The foreign direct investment within the US enhances growth and development in various ways. Firstly, it helps by creating employment opportunities in the banks, insurance companies, and other similar companies that establish their operations in the country.32 The reduction in unemployment rate equally helps in economic growth as it increases the circulation of money among the citizens. The businesses also contribute towards the revenue collection by the government, as part of their daily operations. These revenues are in turn used in significant investment areas, including building infrastructure and expanding operations in other critical areas.
Other than direct foreign investment from Mexican and Canadian firms, other firms originating from outside the NAFTA equally get attracted to establish their operations in America. These firms target the US as their strategic market launching position as they plan to capture the entire integrated market of North America. As they pursue their business course in America, these companies remit taxes as well as offer additional positions of employment to Americans, thus contributing towards economic growth and general expansion.33
Filling Labour Deficit Gap
The regional integration in Northern America offers an easy, quick, reliable, and affordable way through which the local firms can effectively fill in vacant positions. This situation can particularly become critical and more pressing when specific skills and specialists are needed to help the firms undertake their operations as intended.34 The numerous manufacturing and other corporate businesses operating in the US and focusing more on the regional market are poised to suffer negative business implications in instances where they fail to obtain adequate numbers of employees with the skills needed.
It would be almost impossible for such firms to organise and arrange for employee training sessions to build the requisite capacities needed. This would particularly be more difficult during instances when the firms are expected to act swiftly in addressing heightened demand levels. However, the regional integration body that includes Canada and Mexico helps in addressing such concerns.35 NAFTA agreement gives an opportunity for Mexican and Canadian nationals to travel across to the USA with minimal visa restrictions. In particular, highly trained personnel from any of these two countries, Mexico and Canada, can travel to the US and secure expert jobs that match their training without any undue disturbances or long bureaucratic processes.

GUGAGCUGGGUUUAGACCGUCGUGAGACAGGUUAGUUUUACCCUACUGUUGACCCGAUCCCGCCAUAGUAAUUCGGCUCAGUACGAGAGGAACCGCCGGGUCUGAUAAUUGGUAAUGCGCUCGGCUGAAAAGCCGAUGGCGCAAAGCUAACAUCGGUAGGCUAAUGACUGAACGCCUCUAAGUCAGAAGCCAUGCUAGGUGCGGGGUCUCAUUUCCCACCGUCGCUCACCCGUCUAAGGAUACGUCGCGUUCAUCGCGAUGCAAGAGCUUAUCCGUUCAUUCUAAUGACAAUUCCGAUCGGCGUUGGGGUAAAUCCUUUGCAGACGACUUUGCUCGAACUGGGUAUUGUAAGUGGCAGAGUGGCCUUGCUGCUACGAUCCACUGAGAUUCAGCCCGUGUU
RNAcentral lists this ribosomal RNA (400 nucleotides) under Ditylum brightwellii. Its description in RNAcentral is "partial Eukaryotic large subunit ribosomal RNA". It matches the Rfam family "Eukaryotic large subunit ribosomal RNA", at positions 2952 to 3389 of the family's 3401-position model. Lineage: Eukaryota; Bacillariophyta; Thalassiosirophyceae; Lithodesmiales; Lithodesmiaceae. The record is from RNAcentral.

In essence, this arrangement offers the US with additional labour techniques that might not be adequately supplied within the local labour market. These buffer labour skills are critical in sustaining the continuity of economic performance. Because the experts are acquired from within the regional body, the acquiring firms are not faced with the demand of compensating them highly because of their foreign status. The salaries paid to such experts drawn from within NAFTA are instead exempted from the high taxes that any such workers from other countries of the world get subjected to.36 Thus, the manufacturers and other business organisations enjoy the benefit of maintaining their operations at manageable costs even as they avoid the inconvenience of shutting down operations for lack of adequate labour capacity.
The USA is by far the major beneficiary of the regional integration in Northern America, by virtue of its effectively healthy balance of trade payments. In the case of the direct trade between Mexico and the USA, more commodities manufactured or originating from the US are imported into Mexico than is the case with export commodities from Mexico destined for the US market. In the same breadth, trade between the US and Canada is skewed in favour of the US.37